This episode was just an inferior rehash of EMH’s “Michael Korvac,” which in and of itself was a loose adaptation of the Korvac Saga. So basically, they took a story, simplified it, and we got “Michael Korvac.” Then they bastardized that, took away all the charm, copied and pasted in part of the plot from A New Hope, and that’s how we got “Guardians of the Galaxy.” I swear, nearly everything about this episode is an inferior rehash of “Michael Korvac.”
In terms of the Guardians team-up, Spidey is the poor man’s Avengers. You might say that it’s unfair to continually compare this episode with the one from Avengers: EMH, and you might be right, but I’m going to do it anyway. Because I have a blog.
In terms of the actual characters, the Guardians are all just blank slates. In all seriousness, how did the writers take all the unique, interesting Guardians, and make them blank slates? We don’t get to see their personalities, Nova just straight-up tells us about all of them. Not only is that terrible writing in and of itself, but the writers used it as a replacement for actual personalities. Except for Rocket, the Guardians are pretty much only seen fighting aliens, which doesn’t leave much time for any sort of characterization.
Actually, it’s weird. In this episode, we literally get the characters explained to us, and yet it seems like we knew more about them in EMH. The power of “show, don’t tell,” I guess.
However, I will say that this episode does open up some nice depths for Nova. We get some information about his past with the Guardians, and the revelation that his shallow jerkishness is partially for the same reasons that Spider-Man himself constantly makes wisecracks. It’s an absolute shame that this depth was surrounded by the rest of this episode, though.
What is the moral of this episode? Is it that Nova is really great? Is it that even terrible people can have hidden depths? Is there no moral? Could it simply be that this episode is simply supposed to be a fun romp through space in the classic Star Wars-esque Rebels vs. Empire format? But even then, what is this episode about?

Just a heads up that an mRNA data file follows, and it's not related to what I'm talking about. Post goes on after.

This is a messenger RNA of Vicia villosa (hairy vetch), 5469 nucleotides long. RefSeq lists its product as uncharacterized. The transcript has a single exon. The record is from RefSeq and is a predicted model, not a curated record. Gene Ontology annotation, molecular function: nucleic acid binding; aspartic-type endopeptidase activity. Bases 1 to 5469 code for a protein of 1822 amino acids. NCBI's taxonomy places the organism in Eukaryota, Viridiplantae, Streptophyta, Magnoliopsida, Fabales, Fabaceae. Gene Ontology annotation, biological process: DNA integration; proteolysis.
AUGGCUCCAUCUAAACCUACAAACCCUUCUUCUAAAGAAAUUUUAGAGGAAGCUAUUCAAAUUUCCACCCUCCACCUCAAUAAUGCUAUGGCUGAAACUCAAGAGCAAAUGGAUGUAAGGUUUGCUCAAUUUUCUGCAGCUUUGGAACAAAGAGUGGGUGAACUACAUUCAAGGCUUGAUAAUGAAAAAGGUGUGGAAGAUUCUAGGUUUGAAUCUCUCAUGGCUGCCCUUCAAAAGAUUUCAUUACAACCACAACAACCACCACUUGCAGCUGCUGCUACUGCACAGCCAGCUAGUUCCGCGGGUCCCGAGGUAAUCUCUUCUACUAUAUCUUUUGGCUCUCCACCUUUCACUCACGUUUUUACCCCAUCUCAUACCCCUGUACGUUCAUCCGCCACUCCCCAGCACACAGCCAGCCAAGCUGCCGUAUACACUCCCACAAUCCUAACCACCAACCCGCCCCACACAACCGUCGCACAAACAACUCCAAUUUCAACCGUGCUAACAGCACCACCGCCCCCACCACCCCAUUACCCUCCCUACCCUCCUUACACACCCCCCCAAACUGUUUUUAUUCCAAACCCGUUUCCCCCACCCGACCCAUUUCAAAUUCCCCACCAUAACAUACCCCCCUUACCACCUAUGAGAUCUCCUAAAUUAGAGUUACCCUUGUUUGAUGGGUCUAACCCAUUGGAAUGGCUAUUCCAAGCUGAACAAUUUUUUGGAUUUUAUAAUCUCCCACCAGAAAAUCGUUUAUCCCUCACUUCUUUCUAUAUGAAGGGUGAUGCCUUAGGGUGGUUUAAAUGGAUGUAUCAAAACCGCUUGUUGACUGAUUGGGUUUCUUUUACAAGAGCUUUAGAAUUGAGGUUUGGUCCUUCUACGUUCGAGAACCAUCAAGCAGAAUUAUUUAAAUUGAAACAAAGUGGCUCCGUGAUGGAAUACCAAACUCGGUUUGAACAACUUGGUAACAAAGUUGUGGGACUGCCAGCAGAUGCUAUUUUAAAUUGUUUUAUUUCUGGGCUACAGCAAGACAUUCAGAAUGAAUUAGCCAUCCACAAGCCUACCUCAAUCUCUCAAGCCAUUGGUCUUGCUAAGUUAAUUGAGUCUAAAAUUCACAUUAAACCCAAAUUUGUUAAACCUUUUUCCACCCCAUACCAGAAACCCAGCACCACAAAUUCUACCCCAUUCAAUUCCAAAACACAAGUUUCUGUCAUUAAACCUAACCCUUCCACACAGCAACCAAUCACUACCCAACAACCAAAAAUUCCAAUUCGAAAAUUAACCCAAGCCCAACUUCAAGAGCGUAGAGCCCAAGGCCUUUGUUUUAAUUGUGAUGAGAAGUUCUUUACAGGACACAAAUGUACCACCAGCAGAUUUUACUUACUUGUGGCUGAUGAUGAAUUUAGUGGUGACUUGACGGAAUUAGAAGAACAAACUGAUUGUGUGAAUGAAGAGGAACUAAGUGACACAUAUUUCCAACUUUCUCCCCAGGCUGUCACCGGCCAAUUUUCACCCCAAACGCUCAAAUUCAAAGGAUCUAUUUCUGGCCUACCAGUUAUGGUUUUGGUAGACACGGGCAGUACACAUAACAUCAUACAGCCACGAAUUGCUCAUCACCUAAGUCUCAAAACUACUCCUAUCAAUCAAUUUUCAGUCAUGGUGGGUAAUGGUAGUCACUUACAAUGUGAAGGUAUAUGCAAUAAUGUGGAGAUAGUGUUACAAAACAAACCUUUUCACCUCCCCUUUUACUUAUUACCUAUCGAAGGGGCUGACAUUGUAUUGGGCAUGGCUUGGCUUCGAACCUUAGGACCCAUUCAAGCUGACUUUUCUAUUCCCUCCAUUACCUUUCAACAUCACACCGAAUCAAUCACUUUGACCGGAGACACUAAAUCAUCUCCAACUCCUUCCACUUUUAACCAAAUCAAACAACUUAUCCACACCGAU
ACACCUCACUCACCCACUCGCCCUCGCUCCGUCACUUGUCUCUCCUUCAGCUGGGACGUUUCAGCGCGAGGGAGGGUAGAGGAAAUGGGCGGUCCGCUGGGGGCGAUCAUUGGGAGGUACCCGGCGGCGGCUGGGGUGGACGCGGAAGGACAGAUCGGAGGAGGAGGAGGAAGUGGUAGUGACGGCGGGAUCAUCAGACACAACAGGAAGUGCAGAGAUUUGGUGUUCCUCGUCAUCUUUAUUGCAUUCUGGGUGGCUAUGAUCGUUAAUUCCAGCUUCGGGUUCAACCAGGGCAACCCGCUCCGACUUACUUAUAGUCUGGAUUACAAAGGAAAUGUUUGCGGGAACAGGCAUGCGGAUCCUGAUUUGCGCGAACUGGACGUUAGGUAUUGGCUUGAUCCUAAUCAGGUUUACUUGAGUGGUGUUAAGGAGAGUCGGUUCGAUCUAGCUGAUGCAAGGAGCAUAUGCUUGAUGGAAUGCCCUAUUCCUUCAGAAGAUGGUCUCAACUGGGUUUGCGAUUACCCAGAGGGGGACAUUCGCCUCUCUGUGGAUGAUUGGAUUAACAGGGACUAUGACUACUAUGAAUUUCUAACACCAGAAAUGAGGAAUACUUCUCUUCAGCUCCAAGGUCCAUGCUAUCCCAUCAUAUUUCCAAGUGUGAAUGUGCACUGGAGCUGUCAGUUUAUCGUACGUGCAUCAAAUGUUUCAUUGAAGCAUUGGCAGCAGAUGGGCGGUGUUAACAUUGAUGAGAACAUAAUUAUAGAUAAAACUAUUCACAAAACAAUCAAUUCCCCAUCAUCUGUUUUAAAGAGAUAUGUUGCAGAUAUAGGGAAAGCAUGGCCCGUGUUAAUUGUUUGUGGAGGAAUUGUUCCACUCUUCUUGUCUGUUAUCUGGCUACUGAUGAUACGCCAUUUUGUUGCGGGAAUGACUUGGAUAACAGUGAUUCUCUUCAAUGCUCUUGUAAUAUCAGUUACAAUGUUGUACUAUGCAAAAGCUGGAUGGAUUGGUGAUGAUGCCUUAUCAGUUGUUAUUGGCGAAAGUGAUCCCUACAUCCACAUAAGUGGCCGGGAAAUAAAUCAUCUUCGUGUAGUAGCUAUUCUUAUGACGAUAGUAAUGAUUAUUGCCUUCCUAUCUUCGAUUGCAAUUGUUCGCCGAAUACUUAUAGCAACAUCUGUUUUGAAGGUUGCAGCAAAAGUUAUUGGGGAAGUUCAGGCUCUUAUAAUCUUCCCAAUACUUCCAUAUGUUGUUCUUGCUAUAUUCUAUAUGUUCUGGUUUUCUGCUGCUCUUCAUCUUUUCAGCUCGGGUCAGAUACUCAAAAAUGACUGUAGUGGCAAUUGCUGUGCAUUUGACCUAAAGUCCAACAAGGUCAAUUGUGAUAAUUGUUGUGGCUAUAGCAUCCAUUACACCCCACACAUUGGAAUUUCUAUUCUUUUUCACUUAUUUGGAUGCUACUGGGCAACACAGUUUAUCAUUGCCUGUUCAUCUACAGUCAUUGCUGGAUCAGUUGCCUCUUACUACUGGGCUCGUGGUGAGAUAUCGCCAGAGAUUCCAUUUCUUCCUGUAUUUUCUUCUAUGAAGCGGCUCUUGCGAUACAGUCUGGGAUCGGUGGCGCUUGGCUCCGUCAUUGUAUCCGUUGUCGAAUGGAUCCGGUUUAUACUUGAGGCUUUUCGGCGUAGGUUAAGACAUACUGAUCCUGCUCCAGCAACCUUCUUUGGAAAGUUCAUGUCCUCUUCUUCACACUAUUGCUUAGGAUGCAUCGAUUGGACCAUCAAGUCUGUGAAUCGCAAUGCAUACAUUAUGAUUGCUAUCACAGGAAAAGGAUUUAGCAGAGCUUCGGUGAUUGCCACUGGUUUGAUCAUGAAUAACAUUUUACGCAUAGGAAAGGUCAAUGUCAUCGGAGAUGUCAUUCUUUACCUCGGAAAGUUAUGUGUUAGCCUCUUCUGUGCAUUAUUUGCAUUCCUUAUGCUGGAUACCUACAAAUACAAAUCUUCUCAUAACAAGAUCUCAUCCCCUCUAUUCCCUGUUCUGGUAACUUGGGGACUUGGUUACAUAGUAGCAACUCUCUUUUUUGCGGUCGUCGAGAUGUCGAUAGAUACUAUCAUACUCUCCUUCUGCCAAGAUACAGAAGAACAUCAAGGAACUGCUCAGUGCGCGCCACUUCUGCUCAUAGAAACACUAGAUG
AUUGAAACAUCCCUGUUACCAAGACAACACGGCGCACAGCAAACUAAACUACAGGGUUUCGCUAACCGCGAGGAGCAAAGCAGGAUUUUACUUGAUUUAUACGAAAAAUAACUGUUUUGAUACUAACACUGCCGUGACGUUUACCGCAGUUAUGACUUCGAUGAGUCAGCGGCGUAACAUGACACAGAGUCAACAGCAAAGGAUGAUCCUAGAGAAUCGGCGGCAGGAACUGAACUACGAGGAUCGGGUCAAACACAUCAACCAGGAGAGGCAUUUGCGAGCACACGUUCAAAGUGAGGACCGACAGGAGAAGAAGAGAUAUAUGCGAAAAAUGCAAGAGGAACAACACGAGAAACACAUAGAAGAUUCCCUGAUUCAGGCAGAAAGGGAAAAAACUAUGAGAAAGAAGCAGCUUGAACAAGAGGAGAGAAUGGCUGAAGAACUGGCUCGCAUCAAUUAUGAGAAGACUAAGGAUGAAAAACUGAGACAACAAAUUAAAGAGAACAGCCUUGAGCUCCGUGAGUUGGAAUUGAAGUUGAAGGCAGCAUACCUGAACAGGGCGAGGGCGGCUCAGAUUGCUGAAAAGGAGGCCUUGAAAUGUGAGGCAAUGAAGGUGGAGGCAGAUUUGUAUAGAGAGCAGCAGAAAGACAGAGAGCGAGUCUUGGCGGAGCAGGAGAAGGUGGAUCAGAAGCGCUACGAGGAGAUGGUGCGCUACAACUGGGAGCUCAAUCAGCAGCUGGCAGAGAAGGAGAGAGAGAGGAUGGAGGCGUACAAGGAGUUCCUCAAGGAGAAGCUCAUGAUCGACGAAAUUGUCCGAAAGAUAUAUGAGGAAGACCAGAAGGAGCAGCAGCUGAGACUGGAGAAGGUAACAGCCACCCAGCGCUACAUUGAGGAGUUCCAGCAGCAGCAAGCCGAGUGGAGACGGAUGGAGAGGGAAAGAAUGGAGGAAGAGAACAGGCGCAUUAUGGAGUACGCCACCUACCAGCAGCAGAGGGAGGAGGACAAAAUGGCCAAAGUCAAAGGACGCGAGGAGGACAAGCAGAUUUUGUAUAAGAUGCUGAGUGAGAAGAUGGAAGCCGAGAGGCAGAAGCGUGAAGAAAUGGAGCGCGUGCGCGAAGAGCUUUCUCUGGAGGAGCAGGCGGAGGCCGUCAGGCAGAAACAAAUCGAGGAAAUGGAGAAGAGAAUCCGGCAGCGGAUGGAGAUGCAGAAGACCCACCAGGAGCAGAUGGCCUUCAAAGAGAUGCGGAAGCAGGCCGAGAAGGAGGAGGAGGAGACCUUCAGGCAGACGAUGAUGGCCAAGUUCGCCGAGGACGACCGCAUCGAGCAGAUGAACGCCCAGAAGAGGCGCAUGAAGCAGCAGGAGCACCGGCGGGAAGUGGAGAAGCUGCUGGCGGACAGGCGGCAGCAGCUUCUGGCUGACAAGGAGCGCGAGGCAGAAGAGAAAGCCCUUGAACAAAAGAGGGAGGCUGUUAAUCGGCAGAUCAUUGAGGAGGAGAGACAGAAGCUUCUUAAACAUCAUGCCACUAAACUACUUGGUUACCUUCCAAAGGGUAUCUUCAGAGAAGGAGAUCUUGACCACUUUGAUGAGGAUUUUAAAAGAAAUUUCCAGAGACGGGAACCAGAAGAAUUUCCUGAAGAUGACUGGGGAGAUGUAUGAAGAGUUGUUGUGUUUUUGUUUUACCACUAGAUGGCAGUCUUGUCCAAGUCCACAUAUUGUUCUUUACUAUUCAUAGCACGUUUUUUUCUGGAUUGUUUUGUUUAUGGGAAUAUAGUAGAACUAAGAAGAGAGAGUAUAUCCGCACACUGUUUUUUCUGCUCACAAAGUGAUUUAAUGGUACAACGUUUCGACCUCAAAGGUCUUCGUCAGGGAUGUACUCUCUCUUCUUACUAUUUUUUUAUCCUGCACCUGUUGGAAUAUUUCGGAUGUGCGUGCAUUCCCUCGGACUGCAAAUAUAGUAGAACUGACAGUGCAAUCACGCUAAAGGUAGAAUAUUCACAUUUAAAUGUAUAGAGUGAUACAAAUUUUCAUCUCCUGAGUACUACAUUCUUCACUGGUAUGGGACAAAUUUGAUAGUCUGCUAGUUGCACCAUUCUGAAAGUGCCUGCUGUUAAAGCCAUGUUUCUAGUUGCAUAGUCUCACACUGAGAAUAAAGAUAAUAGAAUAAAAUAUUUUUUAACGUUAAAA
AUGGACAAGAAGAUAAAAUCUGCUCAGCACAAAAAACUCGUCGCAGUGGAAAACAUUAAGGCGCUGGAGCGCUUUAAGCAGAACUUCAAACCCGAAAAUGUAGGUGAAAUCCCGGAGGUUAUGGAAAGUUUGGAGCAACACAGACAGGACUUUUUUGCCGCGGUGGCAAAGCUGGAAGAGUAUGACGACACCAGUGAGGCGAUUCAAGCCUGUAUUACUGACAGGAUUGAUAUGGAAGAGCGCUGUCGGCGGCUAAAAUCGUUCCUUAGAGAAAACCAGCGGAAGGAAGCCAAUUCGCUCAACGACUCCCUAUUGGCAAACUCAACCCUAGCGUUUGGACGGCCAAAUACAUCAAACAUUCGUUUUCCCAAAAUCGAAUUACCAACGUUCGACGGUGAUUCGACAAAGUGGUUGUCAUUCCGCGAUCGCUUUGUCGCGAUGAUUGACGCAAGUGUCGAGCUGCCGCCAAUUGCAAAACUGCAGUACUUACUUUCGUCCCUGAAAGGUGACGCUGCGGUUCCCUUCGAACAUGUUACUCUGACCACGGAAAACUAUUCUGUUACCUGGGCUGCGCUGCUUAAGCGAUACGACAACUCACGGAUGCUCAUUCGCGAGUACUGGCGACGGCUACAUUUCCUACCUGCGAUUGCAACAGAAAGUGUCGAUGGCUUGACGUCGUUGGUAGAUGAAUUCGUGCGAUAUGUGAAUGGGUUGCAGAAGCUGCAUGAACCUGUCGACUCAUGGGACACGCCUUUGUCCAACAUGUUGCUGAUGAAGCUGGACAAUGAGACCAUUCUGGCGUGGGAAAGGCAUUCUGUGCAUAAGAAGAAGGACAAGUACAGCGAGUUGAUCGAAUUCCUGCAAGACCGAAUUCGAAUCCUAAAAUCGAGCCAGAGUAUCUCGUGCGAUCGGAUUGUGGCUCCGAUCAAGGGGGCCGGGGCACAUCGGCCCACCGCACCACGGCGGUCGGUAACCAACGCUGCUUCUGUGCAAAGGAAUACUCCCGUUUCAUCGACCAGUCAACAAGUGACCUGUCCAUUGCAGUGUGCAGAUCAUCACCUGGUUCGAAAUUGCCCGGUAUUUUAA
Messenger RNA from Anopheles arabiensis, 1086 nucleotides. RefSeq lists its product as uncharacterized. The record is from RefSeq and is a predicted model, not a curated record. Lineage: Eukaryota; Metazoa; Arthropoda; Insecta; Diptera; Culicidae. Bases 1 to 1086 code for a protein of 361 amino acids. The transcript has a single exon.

Spider-Man tags along with Nova on a cosmic mission with his old team, they rescue the rest of them, and then they take out a superweapon. Now, that’s not a bad premise. You could make an absolutely fun romp with that premise. But this episode just isn’t fun. It’s a non-fun romp. How do you take an episode about fighting aliens with a ragtag group of rebels (including a raccoon and a tree) and make it boring? Somehow, they found a way.
It certainly says something about an episode when the random cameo within the first ten seconds proves more interesting than the actual guest stars.
|Lookin' fine, girl.|
The majority of the action takes place on spaceships, and whenever we see space it’s just vague blueness; a far cry from the swirly, cosmic, Kirby-inspired acid trip that represented the cosmos in the Guardians’ last outing.
The point of “Michael Korvac” was to give the Avengers a glimpse into a larger world that they do not want to have to deal with. Once again, what is the point of this episode? Like I said earlier, the Guardians were all flat. There was just no reason for them to be in this episode. How do you write an episode for the express purpose of showing off this team and then fail to use them properly? They spent a good chunk of it locked up offscreen!
All things considered, this is the weak link in the Guardians of the Galaxy chain of appearances. Next time, it’s over to Avengers Assemble for "Guardians and Space Knights." Hopefully, now that we don’t need to introduce this team into the MAU again, we can have less time for introductions and more time for… plot? Characterization? Something resembling fun?
See you then.
As for looking at Ultimate Spider-Man, after this, we get an episode focusing on Power Man to go along with the Nova and White Tiger episodes.
See you then, too.